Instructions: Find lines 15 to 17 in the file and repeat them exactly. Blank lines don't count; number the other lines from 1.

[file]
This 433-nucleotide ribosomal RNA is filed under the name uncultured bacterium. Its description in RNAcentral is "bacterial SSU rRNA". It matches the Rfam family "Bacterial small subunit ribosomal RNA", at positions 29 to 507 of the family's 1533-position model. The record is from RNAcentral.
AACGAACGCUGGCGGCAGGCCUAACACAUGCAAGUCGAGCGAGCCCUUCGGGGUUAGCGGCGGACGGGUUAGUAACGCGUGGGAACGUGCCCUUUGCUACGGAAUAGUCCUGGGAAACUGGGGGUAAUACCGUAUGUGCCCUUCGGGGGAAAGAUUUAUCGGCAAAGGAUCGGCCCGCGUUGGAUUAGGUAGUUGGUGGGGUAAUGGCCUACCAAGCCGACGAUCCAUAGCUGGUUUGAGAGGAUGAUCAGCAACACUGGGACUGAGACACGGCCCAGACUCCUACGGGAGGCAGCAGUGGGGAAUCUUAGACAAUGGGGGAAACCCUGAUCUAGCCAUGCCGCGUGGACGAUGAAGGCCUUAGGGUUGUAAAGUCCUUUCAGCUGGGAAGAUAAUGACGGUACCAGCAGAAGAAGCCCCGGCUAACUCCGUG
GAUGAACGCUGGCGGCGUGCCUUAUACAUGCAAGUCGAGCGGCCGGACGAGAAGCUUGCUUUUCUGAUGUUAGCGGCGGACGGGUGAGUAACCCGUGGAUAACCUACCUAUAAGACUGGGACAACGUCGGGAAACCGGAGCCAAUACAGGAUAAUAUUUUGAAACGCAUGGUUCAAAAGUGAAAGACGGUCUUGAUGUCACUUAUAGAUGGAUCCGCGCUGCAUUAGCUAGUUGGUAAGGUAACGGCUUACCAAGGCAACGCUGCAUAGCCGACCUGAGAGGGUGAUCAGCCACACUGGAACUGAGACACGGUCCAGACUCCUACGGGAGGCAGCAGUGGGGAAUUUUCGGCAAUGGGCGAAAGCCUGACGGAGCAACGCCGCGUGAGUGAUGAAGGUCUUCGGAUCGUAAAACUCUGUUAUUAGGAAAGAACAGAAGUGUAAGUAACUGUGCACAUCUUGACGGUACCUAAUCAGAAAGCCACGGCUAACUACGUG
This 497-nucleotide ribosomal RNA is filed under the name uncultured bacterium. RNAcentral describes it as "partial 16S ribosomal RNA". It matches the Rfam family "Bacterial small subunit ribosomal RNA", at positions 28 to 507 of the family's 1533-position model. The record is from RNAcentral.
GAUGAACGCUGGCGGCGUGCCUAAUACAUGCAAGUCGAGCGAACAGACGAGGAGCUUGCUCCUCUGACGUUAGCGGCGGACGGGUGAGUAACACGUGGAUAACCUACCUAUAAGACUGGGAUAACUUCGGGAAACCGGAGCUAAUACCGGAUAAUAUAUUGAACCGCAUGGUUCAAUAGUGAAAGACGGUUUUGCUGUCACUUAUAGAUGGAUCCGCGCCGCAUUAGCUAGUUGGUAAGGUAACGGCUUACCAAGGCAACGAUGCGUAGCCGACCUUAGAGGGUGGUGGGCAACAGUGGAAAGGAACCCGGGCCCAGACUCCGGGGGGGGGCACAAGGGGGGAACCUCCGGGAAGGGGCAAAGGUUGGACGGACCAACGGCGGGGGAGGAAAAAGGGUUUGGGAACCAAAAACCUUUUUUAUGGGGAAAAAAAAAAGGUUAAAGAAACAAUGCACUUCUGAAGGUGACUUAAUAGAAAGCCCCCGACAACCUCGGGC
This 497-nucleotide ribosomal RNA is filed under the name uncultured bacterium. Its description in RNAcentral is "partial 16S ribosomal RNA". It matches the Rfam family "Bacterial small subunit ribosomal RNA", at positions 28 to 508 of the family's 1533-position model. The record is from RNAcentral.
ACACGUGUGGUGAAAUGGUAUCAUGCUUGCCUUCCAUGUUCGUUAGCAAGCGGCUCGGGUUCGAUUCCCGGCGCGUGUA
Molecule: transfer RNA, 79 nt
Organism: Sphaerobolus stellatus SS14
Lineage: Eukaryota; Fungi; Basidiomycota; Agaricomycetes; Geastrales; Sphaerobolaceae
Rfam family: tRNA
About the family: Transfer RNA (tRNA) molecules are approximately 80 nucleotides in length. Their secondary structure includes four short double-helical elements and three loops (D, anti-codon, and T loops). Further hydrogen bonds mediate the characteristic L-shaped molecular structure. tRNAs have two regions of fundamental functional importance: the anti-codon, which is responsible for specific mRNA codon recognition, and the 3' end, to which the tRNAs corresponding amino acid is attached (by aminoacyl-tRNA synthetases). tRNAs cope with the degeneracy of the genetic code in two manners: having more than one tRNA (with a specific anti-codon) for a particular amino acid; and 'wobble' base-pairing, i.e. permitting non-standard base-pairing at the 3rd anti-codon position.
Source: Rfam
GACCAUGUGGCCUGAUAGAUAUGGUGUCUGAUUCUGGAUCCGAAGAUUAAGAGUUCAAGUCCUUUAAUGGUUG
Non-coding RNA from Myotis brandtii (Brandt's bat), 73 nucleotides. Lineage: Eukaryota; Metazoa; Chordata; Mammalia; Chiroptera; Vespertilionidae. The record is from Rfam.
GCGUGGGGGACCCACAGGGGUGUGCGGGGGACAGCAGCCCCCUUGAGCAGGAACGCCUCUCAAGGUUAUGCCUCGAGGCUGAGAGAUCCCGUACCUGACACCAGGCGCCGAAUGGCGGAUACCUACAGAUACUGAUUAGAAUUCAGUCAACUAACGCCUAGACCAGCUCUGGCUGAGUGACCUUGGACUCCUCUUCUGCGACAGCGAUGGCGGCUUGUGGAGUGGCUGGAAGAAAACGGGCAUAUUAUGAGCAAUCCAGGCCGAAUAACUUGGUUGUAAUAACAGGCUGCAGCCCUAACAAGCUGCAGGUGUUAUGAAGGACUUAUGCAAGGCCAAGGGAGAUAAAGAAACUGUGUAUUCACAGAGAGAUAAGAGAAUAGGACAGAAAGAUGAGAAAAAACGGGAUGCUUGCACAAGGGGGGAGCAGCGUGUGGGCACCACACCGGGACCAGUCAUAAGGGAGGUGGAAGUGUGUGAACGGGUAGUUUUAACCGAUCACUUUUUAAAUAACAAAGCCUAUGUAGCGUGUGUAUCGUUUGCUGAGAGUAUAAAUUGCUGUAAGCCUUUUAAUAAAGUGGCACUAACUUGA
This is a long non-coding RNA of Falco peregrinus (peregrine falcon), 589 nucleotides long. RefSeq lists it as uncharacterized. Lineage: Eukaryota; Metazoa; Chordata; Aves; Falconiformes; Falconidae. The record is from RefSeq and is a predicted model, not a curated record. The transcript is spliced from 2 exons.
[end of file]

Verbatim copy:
Non-coding RNA from Myotis brandtii (Brandt's bat), 73 nucleotides. Lineage: Eukaryota; Metazoa; Chordata; Mammalia; Chiroptera; Vespertilionidae. The record is from Rfam.
GCGUGGGGGACCCACAGGGGUGUGCGGGGGACAGCAGCCCCCUUGAGCAGGAACGCCUCUCAAGGUUAUGCCUCGAGGCUGAGAGAUCCCGUACCUGACACCAGGCGCCGAAUGGCGGAUACCUACAGAUACUGAUUAGAAUUCAGUCAACUAACGCCUAGACCAGCUCUGGCUGAGUGACCUUGGACUCCUCUUCUGCGACAGCGAUGGCGGCUUGUGGAGUGGCUGGAAGAAAACGGGCAUAUUAUGAGCAAUCCAGGCCGAAUAACUUGGUUGUAAUAACAGGCUGCAGCCCUAACAAGCUGCAGGUGUUAUGAAGGACUUAUGCAAGGCCAAGGGAGAUAAAGAAACUGUGUAUUCACAGAGAGAUAAGAGAAUAGGACAGAAAGAUGAGAAAAAACGGGAUGCUUGCACAAGGGGGGAGCAGCGUGUGGGCACCACACCGGGACCAGUCAUAAGGGAGGUGGAAGUGUGUGAACGGGUAGUUUUAACCGAUCACUUUUUAAAUAACAAAGCCUAUGUAGCGUGUGUAUCGUUUGCUGAGAGUAUAAAUUGCUGUAAGCCUUUUAAUAAAGUGGCACUAACUUGA
This is a long non-coding RNA of Falco peregrinus (peregrine falcon), 589 nucleotides long. RefSeq lists it as uncharacterized. Lineage: Eukaryota; Metazoa; Chordata; Aves; Falconiformes; Falconidae. The record is from RefSeq and is a predicted model, not a curated record. The transcript is spliced from 2 exons.